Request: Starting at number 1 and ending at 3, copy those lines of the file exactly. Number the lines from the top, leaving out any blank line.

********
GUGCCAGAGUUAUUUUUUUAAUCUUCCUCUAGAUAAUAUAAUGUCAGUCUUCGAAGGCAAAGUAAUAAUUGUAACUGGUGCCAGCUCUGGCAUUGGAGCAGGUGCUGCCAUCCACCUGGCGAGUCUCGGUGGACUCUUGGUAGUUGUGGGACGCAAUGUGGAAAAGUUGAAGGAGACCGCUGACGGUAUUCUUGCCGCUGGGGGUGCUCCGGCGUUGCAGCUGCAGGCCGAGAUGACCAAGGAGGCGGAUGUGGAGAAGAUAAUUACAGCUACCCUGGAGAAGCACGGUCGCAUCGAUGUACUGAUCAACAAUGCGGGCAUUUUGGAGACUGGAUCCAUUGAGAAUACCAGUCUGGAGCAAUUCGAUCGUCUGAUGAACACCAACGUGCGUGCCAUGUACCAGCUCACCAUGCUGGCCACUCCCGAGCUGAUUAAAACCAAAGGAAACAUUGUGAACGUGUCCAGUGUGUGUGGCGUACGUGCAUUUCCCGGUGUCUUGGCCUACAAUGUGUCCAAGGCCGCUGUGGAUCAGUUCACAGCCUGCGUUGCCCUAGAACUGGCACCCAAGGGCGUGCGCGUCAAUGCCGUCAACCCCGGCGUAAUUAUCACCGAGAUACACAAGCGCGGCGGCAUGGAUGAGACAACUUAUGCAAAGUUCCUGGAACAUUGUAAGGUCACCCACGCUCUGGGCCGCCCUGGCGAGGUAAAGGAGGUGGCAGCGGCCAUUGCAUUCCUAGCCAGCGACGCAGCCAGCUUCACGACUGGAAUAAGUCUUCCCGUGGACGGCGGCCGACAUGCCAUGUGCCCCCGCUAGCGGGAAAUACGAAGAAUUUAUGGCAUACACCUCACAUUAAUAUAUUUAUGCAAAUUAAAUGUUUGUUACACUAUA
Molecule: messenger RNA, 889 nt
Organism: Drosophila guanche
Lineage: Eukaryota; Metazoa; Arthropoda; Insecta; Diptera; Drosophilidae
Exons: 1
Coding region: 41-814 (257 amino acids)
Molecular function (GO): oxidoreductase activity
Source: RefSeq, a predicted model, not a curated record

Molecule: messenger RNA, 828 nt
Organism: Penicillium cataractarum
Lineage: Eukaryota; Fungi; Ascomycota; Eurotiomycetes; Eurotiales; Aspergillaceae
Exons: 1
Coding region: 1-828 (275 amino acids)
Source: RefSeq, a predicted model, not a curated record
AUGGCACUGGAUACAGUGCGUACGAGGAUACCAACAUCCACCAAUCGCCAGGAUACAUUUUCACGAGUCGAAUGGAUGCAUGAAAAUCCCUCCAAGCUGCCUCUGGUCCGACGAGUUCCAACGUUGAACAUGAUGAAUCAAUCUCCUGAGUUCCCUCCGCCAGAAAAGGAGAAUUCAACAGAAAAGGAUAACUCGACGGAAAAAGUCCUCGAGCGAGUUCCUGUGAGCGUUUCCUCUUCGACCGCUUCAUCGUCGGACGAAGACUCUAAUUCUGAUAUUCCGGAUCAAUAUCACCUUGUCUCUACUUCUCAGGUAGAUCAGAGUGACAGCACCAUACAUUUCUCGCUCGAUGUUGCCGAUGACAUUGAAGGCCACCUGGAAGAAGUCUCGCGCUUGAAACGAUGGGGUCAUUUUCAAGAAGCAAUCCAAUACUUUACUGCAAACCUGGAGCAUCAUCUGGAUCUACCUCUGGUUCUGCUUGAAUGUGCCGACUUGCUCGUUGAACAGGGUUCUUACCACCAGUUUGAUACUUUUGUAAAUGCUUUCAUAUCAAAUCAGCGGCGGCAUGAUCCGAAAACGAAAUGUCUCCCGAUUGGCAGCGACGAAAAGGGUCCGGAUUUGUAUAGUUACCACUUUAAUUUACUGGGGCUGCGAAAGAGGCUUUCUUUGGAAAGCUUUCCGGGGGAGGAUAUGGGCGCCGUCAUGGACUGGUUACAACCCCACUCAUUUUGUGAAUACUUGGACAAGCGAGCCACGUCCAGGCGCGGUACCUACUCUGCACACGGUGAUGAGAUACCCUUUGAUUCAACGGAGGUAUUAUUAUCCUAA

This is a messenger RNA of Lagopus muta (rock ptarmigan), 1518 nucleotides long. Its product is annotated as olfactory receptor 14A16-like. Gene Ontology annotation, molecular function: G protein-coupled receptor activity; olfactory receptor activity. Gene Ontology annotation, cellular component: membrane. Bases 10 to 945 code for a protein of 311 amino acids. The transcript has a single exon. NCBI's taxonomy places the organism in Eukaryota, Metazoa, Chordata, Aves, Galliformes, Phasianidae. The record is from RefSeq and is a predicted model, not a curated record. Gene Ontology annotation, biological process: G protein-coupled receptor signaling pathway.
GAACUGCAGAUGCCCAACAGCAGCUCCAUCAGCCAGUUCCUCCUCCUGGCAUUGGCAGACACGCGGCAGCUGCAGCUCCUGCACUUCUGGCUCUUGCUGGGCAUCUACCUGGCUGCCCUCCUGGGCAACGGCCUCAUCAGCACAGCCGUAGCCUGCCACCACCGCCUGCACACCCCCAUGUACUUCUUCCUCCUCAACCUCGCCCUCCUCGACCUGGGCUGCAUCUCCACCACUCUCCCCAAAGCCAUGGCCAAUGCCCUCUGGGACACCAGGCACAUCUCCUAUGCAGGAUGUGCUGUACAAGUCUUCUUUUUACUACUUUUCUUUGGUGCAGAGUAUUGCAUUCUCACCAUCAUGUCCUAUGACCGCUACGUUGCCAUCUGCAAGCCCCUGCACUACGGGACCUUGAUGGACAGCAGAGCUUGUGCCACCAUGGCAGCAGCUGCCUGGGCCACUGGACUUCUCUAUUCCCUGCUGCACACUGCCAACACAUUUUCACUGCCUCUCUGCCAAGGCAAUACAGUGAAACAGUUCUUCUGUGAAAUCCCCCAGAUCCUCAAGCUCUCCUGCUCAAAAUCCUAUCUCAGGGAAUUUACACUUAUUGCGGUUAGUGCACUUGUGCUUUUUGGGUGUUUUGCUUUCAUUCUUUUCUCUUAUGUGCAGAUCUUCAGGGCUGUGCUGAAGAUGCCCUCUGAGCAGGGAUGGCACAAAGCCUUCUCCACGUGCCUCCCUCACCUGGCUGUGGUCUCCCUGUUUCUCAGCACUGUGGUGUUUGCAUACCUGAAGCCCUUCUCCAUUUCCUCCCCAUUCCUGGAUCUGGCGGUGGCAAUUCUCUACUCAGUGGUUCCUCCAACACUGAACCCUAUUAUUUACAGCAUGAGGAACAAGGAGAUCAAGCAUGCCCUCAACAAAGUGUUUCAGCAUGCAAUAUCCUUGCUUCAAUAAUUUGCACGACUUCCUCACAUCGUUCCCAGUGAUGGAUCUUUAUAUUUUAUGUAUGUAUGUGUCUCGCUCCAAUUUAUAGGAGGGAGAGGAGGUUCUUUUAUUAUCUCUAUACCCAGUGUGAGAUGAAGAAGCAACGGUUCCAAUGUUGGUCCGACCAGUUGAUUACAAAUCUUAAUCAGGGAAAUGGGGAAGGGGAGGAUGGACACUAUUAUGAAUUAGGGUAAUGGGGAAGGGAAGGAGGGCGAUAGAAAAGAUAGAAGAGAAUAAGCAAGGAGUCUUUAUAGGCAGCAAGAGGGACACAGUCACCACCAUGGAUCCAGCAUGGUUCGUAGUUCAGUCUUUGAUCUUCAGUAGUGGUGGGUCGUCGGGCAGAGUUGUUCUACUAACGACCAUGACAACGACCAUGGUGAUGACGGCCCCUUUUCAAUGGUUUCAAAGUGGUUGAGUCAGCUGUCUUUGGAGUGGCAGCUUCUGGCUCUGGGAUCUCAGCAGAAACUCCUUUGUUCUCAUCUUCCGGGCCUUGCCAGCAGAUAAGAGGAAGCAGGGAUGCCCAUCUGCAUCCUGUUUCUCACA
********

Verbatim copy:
GUGCCAGAGUUAUUUUUUUAAUCUUCCUCUAGAUAAUAUAAUGUCAGUCUUCGAAGGCAAAGUAAUAAUUGUAACUGGUGCCAGCUCUGGCAUUGGAGCAGGUGCUGCCAUCCACCUGGCGAGUCUCGGUGGACUCUUGGUAGUUGUGGGACGCAAUGUGGAAAAGUUGAAGGAGACCGCUGACGGUAUUCUUGCCGCUGGGGGUGCUCCGGCGUUGCAGCUGCAGGCCGAGAUGACCAAGGAGGCGGAUGUGGAGAAGAUAAUUACAGCUACCCUGGAGAAGCACGGUCGCAUCGAUGUACUGAUCAACAAUGCGGGCAUUUUGGAGACUGGAUCCAUUGAGAAUACCAGUCUGGAGCAAUUCGAUCGUCUGAUGAACACCAACGUGCGUGCCAUGUACCAGCUCACCAUGCUGGCCACUCCCGAGCUGAUUAAAACCAAAGGAAACAUUGUGAACGUGUCCAGUGUGUGUGGCGUACGUGCAUUUCCCGGUGUCUUGGCCUACAAUGUGUCCAAGGCCGCUGUGGAUCAGUUCACAGCCUGCGUUGCCCUAGAACUGGCACCCAAGGGCGUGCGCGUCAAUGCCGUCAACCCCGGCGUAAUUAUCACCGAGAUACACAAGCGCGGCGGCAUGGAUGAGACAACUUAUGCAAAGUUCCUGGAACAUUGUAAGGUCACCCACGCUCUGGGCCGCCCUGGCGAGGUAAAGGAGGUGGCAGCGGCCAUUGCAUUCCUAGCCAGCGACGCAGCCAGCUUCACGACUGGAAUAAGUCUUCCCGUGGACGGCGGCCGACAUGCCAUGUGCCCCCGCUAGCGGGAAAUACGAAGAAUUUAUGGCAUACACCUCACAUUAAUAUAUUUAUGCAAAUUAAAUGUUUGUUACACUAUA
Molecule: messenger RNA, 889 nt
Organism: Drosophila guanche